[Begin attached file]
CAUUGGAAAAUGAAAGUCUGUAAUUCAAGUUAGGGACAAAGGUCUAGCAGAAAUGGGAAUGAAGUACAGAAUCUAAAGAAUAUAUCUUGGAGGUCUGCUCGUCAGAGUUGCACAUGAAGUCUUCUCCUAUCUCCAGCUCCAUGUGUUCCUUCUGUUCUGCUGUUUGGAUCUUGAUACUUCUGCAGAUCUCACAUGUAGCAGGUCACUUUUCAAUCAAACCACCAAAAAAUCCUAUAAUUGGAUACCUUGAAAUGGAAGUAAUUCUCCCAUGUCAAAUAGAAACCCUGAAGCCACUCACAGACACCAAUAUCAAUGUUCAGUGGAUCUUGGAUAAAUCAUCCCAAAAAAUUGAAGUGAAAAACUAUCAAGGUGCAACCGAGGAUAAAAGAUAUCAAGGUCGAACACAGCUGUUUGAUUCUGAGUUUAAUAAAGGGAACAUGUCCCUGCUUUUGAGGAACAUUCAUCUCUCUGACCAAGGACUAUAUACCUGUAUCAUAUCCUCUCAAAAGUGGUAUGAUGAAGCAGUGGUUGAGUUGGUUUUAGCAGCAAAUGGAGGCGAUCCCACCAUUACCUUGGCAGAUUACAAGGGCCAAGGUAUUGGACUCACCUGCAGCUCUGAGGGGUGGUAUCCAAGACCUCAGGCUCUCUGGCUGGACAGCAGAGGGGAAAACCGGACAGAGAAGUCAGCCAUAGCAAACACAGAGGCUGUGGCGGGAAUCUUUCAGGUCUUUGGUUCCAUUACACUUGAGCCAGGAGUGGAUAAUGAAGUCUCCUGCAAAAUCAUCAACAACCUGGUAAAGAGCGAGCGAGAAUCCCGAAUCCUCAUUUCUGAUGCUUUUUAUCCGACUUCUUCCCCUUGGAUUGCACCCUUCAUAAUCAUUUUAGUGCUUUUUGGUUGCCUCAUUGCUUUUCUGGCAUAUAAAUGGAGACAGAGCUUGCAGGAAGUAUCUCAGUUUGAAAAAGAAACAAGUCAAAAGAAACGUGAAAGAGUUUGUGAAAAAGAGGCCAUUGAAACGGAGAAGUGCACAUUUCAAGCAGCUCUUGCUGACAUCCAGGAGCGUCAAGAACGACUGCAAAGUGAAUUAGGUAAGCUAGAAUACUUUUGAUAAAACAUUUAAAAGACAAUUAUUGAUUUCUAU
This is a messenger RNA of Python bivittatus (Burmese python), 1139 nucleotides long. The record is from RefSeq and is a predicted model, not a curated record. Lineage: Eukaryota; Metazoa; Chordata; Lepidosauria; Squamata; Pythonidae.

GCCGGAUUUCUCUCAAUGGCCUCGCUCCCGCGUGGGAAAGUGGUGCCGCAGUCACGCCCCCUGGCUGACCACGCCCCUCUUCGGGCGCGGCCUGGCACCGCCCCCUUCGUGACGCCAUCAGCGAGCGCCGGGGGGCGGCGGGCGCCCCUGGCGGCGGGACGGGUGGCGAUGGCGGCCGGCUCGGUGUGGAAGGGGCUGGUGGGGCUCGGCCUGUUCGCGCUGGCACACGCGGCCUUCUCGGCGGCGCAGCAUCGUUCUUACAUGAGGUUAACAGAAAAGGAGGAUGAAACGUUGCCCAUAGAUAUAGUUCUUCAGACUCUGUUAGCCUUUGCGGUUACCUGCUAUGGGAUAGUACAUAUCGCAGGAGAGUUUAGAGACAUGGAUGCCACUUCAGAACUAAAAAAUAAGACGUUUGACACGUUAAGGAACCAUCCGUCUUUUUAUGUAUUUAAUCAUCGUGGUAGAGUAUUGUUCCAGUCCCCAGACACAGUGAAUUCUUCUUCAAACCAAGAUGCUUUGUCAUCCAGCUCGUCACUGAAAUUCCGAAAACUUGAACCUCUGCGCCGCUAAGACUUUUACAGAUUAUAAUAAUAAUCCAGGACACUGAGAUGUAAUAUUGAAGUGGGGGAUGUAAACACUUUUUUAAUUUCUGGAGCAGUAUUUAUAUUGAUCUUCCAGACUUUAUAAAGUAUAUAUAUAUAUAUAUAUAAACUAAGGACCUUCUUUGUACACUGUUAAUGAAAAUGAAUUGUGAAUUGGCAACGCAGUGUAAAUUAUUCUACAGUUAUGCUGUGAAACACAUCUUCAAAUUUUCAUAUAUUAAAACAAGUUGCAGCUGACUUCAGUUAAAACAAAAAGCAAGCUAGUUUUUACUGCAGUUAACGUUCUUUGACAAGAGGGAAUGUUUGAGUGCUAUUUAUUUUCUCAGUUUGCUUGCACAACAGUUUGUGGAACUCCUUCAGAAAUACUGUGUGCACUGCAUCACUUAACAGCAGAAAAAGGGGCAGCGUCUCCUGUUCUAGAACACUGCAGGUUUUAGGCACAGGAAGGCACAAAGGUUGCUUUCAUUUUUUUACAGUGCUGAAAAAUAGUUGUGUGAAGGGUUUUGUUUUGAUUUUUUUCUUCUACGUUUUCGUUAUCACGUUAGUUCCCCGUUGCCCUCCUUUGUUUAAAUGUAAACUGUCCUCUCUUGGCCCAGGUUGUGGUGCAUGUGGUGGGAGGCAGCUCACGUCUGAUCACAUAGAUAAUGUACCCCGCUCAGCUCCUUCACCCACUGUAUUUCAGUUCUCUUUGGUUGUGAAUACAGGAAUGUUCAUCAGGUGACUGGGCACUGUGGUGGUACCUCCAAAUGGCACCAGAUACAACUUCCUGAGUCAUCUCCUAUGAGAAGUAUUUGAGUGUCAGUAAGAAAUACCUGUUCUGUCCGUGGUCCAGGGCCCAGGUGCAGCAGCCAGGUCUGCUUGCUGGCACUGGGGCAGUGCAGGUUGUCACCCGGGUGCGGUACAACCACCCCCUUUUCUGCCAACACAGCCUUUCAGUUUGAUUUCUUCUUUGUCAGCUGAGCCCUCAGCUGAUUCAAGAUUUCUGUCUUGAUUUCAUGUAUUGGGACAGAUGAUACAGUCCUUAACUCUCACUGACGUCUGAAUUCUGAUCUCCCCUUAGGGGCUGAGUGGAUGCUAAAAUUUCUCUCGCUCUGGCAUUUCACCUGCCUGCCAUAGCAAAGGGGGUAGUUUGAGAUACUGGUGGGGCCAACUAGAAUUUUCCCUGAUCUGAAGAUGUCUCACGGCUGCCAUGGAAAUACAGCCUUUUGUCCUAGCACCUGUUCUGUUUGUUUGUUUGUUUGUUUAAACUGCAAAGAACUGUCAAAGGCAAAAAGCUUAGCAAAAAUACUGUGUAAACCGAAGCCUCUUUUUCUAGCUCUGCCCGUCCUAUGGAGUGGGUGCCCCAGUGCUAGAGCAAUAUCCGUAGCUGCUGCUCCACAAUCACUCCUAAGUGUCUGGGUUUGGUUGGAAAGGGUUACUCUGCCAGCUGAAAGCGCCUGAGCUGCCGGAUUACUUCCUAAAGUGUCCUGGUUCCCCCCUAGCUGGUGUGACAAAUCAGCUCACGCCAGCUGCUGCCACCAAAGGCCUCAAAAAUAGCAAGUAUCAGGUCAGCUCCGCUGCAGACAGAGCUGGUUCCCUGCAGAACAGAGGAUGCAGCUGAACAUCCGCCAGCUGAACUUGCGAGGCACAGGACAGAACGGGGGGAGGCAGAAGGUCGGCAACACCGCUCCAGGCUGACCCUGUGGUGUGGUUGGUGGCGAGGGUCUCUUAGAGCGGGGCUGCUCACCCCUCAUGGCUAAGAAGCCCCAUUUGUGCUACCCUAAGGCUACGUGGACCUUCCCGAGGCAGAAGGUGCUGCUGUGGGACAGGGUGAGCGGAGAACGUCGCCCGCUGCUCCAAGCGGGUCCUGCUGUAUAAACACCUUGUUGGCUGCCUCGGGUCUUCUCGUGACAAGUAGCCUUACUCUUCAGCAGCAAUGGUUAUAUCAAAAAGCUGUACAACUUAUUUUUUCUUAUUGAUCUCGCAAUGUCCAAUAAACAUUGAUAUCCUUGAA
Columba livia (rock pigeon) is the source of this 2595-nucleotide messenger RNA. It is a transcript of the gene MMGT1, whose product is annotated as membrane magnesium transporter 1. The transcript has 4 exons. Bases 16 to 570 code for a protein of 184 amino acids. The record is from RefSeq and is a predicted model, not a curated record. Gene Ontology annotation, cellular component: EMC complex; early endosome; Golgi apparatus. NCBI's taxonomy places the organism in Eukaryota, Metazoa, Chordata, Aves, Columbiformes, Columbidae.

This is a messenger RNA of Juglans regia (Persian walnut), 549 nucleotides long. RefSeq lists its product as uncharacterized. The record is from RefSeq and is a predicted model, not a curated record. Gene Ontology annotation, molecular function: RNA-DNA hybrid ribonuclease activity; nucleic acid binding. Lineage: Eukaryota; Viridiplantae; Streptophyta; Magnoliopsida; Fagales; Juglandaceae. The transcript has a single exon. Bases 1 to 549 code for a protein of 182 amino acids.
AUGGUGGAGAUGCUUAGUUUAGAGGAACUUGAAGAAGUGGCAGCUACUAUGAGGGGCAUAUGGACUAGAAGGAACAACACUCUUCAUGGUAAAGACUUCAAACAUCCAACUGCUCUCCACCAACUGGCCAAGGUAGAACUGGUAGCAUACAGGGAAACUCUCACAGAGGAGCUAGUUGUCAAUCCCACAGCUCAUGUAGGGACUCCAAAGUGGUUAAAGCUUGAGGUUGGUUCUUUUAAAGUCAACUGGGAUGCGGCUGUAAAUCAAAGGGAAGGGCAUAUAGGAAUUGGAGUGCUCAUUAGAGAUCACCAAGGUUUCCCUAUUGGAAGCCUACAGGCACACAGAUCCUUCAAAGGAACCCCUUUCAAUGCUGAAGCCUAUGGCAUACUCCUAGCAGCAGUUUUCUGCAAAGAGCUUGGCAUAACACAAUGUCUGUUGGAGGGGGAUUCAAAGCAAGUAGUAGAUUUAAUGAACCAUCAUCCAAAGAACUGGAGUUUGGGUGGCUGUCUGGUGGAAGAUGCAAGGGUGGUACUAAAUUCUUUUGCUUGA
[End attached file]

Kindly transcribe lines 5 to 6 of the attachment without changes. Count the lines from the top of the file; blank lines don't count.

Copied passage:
This is a messenger RNA of Juglans regia (Persian walnut), 549 nucleotides long. RefSeq lists its product as uncharacterized. The record is from RefSeq and is a predicted model, not a curated record. Gene Ontology annotation, molecular function: RNA-DNA hybrid ribonuclease activity; nucleic acid binding. Lineage: Eukaryota; Viridiplantae; Streptophyta; Magnoliopsida; Fagales; Juglandaceae. The transcript has a single exon. Bases 1 to 549 code for a protein of 182 amino acids.
AUGGUGGAGAUGCUUAGUUUAGAGGAACUUGAAGAAGUGGCAGCUACUAUGAGGGGCAUAUGGACUAGAAGGAACAACACUCUUCAUGGUAAAGACUUCAAACAUCCAACUGCUCUCCACCAACUGGCCAAGGUAGAACUGGUAGCAUACAGGGAAACUCUCACAGAGGAGCUAGUUGUCAAUCCCACAGCUCAUGUAGGGACUCCAAAGUGGUUAAAGCUUGAGGUUGGUUCUUUUAAAGUCAACUGGGAUGCGGCUGUAAAUCAAAGGGAAGGGCAUAUAGGAAUUGGAGUGCUCAUUAGAGAUCACCAAGGUUUCCCUAUUGGAAGCCUACAGGCACACAGAUCCUUCAAAGGAACCCCUUUCAAUGCUGAAGCCUAUGGCAUACUCCUAGCAGCAGUUUUCUGCAAAGAGCUUGGCAUAACACAAUGUCUGUUGGAGGGGGAUUCAAAGCAAGUAGUAGAUUUAAUGAACCAUCAUCCAAAGAACUGGAGUUUGGGUGGCUGUCUGGUGGAAGAUGCAAGGGUGGUACUAAAUUCUUUUGCUUGA